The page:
EIA expands to Environment Impact Assessment. It is defined as a tool to study the effects and consequences of a project on the environment. Its fundamental aim is to compare the alternatives available and then evaluate them based on environmental and economic costs and benefits it provides. The one that is the best in both financial and ecological benefits and costs is selected and approved.
History of Environment Impact Assessment in India:
Till 1994, India did not have any legislation backing the environment impact assessment. It was an administrative decision in the hands of the Central government. The need for EIA was felt for the first time in 1976-77 when the planning commission of India directed the Department of Science and Technology to determine and evaluate the river-valley projects from the environmental perspective. After that, it was extended and began to cover those projects, which required the prior approval of the Public Investment Board.
But finally, in the year 1994, the Union Ministry of Environment and Forests notified EIA notification under the Environment Protection Act, 1986 providing to make the environmental clearance (EC) mandatory for setting up new projects and expanding the existing projects as listed under schedule 1 of the notification. Since 1994, a lot of amendments have been made to the information.
The last amendment was in 2006. While in the year 2020, the Ministry of Environment and Forests introduced a draft, it hasn't been implemented yet. This is how Environment Impact Assessment (EIA) came into being in India.
Process of EIA:
The process of EIA varies from country to country. However, in all the nations, there are some similar steps followed in the EIA procedure. There are, in total, eight steps that are observed in the EIA process. It begins with the stage of screening and ends with a post-monitoring. These all the steps are described briefly here as follows:
1. Screening: In the first stage of EIA, it is determined whether the particular project in hand requires EIA or not. If it is necessary, then the level of assessment is done.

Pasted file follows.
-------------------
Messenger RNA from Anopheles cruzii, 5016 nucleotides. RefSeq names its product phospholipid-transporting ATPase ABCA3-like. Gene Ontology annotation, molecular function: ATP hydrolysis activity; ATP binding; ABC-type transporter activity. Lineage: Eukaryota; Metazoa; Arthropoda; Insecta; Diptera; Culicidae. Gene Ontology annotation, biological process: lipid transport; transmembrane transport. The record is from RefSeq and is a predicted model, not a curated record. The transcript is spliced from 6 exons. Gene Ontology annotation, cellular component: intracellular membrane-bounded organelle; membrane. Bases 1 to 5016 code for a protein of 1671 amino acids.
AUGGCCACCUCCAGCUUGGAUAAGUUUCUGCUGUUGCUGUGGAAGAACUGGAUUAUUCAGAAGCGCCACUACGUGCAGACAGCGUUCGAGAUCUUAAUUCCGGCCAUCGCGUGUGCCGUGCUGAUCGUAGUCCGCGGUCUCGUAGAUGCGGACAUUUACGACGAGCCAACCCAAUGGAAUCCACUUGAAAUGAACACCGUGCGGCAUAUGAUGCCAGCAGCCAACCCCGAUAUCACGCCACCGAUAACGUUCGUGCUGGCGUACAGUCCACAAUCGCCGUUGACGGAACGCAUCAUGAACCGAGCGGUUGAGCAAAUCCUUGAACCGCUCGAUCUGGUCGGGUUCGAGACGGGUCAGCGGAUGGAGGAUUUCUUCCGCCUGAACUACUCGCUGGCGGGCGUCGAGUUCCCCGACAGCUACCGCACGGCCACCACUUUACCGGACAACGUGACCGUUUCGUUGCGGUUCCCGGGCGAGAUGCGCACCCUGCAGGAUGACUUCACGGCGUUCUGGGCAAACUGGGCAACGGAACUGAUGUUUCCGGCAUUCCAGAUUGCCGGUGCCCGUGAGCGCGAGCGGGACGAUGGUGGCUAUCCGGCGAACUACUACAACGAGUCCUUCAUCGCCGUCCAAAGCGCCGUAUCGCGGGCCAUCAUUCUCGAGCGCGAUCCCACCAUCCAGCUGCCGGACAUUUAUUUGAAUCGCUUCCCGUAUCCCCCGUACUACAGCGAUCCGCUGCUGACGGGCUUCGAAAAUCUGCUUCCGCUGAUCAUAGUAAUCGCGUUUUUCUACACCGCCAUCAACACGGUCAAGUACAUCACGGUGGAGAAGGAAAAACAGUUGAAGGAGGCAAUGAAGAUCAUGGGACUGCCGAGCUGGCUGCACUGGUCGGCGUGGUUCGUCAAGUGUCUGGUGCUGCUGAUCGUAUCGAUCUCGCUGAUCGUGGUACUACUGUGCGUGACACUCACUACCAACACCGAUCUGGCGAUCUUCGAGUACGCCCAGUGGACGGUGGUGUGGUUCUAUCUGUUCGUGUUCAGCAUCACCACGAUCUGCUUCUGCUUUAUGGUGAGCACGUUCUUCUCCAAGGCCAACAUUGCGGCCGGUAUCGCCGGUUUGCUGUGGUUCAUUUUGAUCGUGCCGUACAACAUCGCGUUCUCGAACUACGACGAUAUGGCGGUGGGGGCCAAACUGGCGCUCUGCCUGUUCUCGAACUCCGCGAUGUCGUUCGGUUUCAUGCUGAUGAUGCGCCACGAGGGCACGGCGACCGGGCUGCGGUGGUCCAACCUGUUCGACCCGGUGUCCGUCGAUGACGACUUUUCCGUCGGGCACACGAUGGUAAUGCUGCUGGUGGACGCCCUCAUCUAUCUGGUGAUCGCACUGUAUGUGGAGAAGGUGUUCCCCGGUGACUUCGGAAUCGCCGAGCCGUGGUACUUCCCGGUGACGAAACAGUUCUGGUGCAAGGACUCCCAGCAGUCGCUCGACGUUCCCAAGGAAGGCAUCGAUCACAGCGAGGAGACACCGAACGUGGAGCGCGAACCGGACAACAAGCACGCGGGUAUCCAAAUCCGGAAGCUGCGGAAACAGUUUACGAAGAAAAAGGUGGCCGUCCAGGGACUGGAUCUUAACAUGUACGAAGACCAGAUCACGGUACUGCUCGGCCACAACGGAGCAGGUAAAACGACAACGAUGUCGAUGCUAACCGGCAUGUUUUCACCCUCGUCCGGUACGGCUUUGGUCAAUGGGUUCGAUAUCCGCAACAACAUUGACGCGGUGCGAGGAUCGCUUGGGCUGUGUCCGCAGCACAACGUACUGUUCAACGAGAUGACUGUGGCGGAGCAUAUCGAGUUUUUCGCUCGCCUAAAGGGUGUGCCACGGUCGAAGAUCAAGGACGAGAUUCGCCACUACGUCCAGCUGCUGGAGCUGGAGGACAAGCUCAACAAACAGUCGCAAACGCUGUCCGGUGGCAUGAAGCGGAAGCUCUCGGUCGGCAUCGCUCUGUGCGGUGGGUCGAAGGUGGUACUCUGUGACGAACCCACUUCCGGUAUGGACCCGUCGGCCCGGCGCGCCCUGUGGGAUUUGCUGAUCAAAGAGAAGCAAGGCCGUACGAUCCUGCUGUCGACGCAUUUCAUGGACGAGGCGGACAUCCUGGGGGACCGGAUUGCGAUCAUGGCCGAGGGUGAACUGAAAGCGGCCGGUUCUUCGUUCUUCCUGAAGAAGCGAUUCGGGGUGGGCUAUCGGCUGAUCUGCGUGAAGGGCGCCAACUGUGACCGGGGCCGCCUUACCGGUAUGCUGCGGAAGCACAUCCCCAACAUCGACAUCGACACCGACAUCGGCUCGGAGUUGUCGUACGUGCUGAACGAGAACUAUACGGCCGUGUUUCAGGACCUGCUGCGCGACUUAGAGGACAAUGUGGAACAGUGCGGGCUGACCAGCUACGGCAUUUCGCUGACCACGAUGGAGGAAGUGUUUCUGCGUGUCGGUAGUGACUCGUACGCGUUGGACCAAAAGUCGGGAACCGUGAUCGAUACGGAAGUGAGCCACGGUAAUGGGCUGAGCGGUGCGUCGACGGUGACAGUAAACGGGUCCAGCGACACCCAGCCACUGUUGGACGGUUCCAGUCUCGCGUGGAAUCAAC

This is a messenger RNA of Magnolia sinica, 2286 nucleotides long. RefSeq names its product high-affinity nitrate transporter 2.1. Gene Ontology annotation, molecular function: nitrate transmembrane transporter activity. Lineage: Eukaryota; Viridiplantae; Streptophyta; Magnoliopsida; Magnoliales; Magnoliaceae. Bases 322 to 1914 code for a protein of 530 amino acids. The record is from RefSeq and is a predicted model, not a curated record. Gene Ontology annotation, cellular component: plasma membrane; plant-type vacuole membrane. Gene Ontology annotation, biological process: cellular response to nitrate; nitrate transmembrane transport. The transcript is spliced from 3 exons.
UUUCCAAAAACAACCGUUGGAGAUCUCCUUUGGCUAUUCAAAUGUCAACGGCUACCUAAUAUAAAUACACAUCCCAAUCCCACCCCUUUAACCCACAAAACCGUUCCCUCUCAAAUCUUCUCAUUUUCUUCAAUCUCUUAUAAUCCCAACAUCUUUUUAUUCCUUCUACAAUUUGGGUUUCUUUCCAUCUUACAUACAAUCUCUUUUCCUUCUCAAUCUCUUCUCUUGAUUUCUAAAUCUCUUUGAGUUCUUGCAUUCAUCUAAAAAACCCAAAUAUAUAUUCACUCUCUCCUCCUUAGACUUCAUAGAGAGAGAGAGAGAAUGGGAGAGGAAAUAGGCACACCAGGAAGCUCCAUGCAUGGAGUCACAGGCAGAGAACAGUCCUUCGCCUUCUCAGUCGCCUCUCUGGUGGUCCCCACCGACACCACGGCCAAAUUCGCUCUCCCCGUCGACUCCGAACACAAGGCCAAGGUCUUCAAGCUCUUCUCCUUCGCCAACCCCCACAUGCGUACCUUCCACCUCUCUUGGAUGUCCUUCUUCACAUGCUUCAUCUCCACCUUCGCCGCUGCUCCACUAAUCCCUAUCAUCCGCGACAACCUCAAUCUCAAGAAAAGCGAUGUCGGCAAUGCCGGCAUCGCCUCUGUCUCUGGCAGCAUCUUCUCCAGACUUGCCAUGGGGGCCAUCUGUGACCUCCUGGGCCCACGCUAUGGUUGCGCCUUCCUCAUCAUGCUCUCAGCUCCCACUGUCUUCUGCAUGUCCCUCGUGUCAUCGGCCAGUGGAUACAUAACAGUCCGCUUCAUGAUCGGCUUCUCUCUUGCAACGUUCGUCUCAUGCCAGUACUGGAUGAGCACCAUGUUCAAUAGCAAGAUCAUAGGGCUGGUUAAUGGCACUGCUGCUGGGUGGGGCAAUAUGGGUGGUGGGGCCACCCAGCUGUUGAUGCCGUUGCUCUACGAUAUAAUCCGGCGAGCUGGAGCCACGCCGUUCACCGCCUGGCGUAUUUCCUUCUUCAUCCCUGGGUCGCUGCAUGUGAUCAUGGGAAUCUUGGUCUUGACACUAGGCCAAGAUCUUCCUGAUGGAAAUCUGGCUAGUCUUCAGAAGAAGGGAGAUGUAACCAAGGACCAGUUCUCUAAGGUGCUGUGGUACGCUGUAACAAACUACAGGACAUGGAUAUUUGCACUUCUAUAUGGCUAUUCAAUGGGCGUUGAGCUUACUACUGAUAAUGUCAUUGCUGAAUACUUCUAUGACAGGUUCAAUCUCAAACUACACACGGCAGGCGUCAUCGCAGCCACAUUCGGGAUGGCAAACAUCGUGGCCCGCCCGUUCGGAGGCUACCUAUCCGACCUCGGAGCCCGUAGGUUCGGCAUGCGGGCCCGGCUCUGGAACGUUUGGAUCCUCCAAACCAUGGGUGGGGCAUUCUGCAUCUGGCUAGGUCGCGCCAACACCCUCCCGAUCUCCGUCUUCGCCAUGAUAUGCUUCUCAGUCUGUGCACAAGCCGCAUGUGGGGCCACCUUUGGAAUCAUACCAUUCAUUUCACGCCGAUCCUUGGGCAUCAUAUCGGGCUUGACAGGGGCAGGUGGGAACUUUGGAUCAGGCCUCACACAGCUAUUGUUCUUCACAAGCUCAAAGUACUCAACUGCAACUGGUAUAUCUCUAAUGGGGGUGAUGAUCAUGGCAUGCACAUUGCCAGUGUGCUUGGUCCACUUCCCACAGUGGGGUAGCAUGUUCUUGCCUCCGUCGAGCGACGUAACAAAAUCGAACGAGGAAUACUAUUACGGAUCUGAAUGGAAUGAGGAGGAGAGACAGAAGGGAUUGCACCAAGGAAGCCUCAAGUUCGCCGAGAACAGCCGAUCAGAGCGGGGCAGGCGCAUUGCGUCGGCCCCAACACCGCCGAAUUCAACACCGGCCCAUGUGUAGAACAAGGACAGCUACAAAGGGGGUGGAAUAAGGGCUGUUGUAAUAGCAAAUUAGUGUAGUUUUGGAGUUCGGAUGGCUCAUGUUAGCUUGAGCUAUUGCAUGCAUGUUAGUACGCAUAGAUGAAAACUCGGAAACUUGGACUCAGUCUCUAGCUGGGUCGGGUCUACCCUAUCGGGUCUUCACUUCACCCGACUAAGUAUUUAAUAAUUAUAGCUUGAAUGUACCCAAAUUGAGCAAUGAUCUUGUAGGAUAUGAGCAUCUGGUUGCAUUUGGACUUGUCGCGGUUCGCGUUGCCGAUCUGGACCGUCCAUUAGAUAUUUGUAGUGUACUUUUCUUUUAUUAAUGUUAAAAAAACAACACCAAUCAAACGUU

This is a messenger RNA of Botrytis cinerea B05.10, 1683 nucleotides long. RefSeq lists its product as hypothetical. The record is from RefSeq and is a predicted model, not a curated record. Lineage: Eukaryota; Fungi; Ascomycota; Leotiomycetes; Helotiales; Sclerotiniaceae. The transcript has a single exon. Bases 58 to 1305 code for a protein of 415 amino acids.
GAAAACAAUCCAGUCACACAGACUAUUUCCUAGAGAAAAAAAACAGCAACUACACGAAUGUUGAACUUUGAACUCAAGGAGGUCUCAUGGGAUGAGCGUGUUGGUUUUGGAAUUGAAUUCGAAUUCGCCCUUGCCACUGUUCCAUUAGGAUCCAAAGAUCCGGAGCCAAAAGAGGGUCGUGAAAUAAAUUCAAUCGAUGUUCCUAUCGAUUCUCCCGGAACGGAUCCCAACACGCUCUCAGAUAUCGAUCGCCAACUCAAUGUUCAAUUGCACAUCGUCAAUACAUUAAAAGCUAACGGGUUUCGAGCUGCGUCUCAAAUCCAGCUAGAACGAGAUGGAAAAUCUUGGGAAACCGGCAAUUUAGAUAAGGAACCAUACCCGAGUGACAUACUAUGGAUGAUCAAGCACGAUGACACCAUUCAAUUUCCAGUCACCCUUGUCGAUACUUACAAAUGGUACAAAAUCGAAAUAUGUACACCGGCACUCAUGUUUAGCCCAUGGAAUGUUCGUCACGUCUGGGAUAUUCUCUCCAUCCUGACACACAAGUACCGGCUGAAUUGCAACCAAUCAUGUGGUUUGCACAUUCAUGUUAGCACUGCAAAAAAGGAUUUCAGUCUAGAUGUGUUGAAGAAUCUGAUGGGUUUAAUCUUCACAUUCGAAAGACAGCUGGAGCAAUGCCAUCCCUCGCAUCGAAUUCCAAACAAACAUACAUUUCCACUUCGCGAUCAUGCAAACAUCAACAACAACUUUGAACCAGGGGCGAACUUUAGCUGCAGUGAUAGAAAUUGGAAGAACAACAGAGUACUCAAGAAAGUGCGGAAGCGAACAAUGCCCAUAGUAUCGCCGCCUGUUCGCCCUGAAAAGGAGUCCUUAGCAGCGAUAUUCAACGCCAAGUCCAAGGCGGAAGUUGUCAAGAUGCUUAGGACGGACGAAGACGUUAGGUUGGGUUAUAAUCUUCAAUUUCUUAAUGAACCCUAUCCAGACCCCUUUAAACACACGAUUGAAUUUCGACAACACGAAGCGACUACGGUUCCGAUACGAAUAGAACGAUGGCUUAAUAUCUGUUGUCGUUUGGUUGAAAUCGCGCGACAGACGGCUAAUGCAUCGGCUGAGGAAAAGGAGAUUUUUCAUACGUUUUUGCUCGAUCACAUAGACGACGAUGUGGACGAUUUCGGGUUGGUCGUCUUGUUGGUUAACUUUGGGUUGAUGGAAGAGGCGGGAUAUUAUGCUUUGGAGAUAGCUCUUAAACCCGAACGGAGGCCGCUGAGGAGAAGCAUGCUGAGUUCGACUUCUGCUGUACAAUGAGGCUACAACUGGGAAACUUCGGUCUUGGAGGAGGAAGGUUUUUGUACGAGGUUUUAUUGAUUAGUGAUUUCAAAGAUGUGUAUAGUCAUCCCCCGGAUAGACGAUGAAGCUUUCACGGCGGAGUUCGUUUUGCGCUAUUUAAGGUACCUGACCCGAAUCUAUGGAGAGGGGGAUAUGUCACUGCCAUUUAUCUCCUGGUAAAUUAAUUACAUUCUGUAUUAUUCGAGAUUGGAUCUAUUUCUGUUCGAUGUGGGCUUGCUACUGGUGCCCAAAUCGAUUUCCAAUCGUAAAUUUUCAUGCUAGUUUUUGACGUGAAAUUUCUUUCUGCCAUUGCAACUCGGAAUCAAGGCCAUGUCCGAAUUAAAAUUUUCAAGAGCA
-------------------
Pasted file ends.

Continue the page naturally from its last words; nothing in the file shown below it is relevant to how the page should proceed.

2. Scoping: In this second stage, further issues and impacts are investigated. This stage also attempts to define the boundaries and time limit of the study.
3. Impact Analysis: As the name suggests, this stage is mainly concerned with the impact that the proposed study will have on the environment. Apart from this, it also signifies and looks upon the social impact on the environment.
4. Mitigation: Mitigation means to reduce. So, in this step, the authority recommends reducing and mitigating the adverse effects of developmental activities on the environment.
5. Reporting: After all the procedure is followed, the report is prepared based on results derived. The statements and all the necessary information are shared with the decision-making authority and other related parties.
6. Review of EIA: Review means to reconsider the document. In this stage, the adequacy and effectiveness of EIA are determined, and the information is shared with the competent parties.
7. Decision making: This is the stage where it is determined whether the project will be rejected, accepted, or once again requested for further changes.
8. Post monitoring: This is the last stage which starts when the project is commissioned. It is done to ensure that the impact project does not exceed legal and other standards and works following the report.
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